Decision : Upheld
Decision date : 29 Oct 2019
The Ombudsman's final decision:
Summary: Mr B complained the Council failed to provide satisfactory support when his carer left and is unreasonably seeking repayment of direct payments. There is no fault in the Council’s decision to recover direct payments. The Council failed to ensure the care provision put in place for Mr B matched his assessed needs for part of the period. That left Mr B feeling vulnerable and unable to stay at home and led to his mother having to step in to provide further care. An apology, financial award to Mr B and his mother and an agreement to liaise with the current care agency to sort out a 24-hour care package is satisfactory remedy for the injustice caused.
- The complainant, whom I shall refer to as Mr B, complained the Council:
- failed to provide him with satisfactory support when his carer left in February 2018; and
- unreasonably sought repayment of direct payments when the Council had not put any alternative care in place.
The Ombudsman’s role and powers
- We investigate complaints about ‘maladministration’ and ‘service failure’. In this statement, I have used the word fault to refer to these. We must also consider whether any fault has had an adverse impact on the person making the complaint. I refer to this as ‘injustice’. If there has been fault which has caused an injustice, we may suggest a remedy. (Local Government Act 1974, sections 26(1) and 26A(1), as amended)
- If we are satisfied with a Council’s actions or proposed actions, we can complete our investigation and issue a decision statement. (Local Government Act 1974, section 30(1B) and 34H(i), as amended)
How I considered this complaint
- As part of the investigation, I have:
- considered the complaint and Mr B's comments;
- made enquiries of the Council and considered the comments and documents the Council provided;
- gave Mr B an opportunity to comment on my draft decision; and
- considered the Council’s comments on my draft decision.
What I found
The Care and support statutory guidance
- The care and support statutory guidance (CSSG) says local authorities are not under a duty to meet any needs that are being met by a carer. The local authority must identify, during the assessment process, those needs which are being met by a carer at that time, and determine whether those needs would be eligible. But any eligible needs met by a carer are not required to be met by the local authority, for so long as the carer continues to do so.
The Council’s direct payments policy
- The Council’s policy says it is the responsibility of the direct payment recipient or other suitable person to provide documentation of expenditure and evidence the money is being used in accordance with the support plan. It says failure to provide documentation may result in a direct payment being suspended, stopped or recovered.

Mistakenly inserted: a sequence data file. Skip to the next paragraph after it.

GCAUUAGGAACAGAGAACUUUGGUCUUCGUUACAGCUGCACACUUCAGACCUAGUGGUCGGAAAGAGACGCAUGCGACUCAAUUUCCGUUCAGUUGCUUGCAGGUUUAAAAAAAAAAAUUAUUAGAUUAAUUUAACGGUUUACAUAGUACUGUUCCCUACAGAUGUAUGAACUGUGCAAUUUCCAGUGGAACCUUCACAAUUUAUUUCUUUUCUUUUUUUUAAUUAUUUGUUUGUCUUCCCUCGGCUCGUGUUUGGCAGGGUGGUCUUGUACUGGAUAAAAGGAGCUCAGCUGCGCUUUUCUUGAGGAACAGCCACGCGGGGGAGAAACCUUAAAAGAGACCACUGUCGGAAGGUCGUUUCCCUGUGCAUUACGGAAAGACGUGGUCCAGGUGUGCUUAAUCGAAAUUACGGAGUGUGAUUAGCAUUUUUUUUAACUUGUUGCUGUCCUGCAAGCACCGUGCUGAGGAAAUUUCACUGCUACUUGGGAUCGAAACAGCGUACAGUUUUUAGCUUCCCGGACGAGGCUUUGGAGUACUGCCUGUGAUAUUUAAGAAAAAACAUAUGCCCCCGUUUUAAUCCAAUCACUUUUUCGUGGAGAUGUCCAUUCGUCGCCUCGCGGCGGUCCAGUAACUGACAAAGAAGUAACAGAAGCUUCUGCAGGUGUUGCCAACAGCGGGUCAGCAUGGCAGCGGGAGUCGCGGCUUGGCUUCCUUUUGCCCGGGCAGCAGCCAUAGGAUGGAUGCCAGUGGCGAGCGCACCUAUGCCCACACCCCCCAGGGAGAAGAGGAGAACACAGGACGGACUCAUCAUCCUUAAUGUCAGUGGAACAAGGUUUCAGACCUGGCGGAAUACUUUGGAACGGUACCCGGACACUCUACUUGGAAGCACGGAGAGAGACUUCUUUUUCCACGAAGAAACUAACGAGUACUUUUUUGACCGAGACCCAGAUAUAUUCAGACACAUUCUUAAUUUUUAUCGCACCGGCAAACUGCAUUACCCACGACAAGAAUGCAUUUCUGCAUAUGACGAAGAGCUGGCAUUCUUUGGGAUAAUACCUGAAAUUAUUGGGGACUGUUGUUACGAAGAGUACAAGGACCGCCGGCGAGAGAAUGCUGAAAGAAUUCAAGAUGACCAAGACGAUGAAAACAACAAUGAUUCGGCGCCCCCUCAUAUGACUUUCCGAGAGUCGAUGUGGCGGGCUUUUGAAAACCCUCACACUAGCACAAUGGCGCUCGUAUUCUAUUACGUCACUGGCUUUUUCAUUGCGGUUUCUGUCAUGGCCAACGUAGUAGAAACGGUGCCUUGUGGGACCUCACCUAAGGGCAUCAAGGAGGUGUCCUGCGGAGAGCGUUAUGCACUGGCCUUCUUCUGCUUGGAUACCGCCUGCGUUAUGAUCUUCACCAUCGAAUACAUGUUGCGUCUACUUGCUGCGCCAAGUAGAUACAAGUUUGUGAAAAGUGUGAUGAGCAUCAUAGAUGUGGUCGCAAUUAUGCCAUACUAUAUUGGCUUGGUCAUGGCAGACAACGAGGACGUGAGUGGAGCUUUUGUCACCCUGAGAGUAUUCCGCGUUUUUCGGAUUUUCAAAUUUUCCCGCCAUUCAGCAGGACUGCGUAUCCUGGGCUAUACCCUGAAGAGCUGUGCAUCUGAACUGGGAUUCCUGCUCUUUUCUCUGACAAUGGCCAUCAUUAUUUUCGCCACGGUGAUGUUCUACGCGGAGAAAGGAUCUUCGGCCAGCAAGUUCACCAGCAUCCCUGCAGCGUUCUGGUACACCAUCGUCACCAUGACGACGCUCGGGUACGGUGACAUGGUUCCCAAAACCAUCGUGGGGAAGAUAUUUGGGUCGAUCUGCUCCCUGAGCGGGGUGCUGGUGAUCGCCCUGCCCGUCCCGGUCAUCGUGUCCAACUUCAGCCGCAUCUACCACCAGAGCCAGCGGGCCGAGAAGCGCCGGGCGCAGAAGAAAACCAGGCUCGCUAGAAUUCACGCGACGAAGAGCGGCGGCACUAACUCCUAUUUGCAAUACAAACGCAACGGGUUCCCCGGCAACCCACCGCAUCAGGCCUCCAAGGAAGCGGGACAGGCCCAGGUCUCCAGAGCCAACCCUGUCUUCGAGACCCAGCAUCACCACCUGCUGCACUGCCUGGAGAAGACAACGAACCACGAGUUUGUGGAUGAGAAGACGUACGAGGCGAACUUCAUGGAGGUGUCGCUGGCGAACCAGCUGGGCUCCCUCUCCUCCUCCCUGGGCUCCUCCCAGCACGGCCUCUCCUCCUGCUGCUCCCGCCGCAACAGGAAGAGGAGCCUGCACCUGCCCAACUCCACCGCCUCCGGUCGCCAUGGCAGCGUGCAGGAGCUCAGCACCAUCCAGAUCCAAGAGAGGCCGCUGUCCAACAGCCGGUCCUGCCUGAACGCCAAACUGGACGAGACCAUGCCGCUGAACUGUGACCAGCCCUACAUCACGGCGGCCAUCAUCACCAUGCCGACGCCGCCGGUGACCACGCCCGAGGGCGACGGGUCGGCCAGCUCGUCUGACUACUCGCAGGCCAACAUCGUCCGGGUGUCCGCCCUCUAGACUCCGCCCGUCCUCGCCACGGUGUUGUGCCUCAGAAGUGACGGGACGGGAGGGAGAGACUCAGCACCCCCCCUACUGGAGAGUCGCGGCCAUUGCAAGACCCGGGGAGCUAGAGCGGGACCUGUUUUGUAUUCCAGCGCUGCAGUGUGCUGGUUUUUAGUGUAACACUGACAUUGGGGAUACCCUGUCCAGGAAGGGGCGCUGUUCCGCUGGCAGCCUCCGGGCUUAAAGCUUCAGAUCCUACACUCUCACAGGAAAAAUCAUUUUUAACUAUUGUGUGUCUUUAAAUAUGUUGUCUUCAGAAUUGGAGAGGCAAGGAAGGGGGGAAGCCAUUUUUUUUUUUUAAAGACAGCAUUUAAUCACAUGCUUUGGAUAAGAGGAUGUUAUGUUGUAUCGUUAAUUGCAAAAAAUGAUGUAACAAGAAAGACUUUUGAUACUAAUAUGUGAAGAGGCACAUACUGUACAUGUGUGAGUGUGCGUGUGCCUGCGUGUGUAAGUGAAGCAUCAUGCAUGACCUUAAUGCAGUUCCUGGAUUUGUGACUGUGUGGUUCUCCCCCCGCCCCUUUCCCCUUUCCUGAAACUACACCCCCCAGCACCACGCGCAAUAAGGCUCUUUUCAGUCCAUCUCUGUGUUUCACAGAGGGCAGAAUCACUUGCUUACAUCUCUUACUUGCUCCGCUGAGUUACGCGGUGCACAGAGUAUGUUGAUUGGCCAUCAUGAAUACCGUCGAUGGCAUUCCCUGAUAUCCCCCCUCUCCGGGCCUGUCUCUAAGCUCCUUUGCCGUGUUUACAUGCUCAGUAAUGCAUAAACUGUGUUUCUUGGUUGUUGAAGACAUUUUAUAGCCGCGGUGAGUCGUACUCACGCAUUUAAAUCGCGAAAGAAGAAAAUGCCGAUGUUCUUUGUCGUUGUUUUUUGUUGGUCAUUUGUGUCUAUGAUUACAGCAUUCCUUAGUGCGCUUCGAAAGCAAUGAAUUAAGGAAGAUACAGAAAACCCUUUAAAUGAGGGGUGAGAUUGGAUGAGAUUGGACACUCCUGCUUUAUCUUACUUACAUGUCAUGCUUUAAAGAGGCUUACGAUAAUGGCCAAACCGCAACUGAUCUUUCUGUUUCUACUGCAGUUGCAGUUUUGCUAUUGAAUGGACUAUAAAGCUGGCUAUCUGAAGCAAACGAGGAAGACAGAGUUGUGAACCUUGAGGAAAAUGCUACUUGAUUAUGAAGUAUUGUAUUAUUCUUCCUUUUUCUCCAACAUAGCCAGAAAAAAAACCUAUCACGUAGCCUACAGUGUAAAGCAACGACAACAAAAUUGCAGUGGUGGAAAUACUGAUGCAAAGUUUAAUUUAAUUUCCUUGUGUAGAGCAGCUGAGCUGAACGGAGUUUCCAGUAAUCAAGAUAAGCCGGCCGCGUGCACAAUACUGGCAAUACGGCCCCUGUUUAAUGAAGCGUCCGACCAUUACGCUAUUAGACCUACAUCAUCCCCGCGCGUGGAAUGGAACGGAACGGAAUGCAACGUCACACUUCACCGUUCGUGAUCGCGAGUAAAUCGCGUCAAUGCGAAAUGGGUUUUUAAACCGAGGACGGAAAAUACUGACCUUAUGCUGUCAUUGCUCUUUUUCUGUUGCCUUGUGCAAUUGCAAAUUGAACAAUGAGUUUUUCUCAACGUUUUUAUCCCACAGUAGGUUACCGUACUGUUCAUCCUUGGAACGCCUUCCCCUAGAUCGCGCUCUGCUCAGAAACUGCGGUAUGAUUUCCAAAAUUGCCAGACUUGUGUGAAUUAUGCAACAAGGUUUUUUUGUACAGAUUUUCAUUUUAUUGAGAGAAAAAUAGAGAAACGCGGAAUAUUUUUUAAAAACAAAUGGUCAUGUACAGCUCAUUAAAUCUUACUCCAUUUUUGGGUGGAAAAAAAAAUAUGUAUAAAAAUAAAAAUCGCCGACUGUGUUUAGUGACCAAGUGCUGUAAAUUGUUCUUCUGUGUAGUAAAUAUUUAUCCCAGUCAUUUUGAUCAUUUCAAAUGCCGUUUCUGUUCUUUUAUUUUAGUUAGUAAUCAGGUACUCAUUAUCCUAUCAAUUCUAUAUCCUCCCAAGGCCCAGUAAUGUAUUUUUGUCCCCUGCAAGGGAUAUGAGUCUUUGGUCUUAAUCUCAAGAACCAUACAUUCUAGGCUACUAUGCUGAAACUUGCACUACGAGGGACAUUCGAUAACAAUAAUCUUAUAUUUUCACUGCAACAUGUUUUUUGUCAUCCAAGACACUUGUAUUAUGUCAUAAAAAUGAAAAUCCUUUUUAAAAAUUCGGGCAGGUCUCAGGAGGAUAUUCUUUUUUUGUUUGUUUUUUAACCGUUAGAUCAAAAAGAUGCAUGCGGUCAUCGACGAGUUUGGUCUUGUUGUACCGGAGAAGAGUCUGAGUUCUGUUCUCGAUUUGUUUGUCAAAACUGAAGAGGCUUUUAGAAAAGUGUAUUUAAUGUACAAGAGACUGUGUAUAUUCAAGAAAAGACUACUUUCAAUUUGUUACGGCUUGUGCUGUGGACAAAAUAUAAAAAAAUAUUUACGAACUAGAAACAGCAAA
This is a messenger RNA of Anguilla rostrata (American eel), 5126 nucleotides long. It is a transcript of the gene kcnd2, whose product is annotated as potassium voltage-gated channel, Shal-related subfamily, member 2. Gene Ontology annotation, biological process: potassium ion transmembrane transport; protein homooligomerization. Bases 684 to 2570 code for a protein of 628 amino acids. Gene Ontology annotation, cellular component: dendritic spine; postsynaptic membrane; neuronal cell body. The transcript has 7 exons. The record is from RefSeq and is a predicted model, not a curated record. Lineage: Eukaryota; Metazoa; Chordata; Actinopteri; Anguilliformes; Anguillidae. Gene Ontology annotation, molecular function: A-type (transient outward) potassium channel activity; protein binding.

- The policy says where it appears the direct payment has been used for things other than those specified in the support plan or as set out in the direct payment agreement or where there is evidence of deliberate misuse the Council will undertake a full audit to establish the exact amount of money that has been inappropriately used and then seek to recover it.
- The policy sets out the circumstances in which the Council reserves the right to recover direct payments. That includes where a direct payment has not been used to meet agreed outcomes, where the direct payment has not been used due to a temporary change in circumstances and where the recipient fails to meet any of the terms of the agreement.
The direct payments agreement
- The direct payments agreement says if you decide to employ a personal assistant you must meet the legal requirements of being an employer. Section 4.2 says you need to keep financial records to show how the money has been spent and if you do not do so your direct payment could stop.
- Mr B has received a direct payment for his care since 2016. I understand until 2017 Mr B employed a personal assistant with his direct payments money. However, when that assistant left Mr B paid cash in hand to his brother’s girlfriend to provide some of his care. The Council is recovering £14,373.25 of the direct payments made between 2016 and January 2018 because Mr B has not provided evidence to show he spent the money on his care needs.
- The direct payment ended in January 2018. The Council began looking for care agencies and carried out a new assessment in February 2018. That assessment decided Mr B needed some support during the week for daily living and household tasks, background safety support, one-to-one support and sleep ins for two nights a week. That was on the basis other family members were providing some support to Mr B. The only provision put into place between February 2018 and September 2018 was one hour one-to-one mental health support per week.
- The Council completed a further assessment in September 2018. That assessment increased the daytime support and increased the sleep ins to 7 nights a week. However, the care plan issued by the Council only referred to three nights a week sleep ins. Between September 2018 and December 2018 Mr B received three sleep ins per week with evening and one-to-one support, one-to-one support for three hours before each of the three sleep ins and mental health one-to-one support.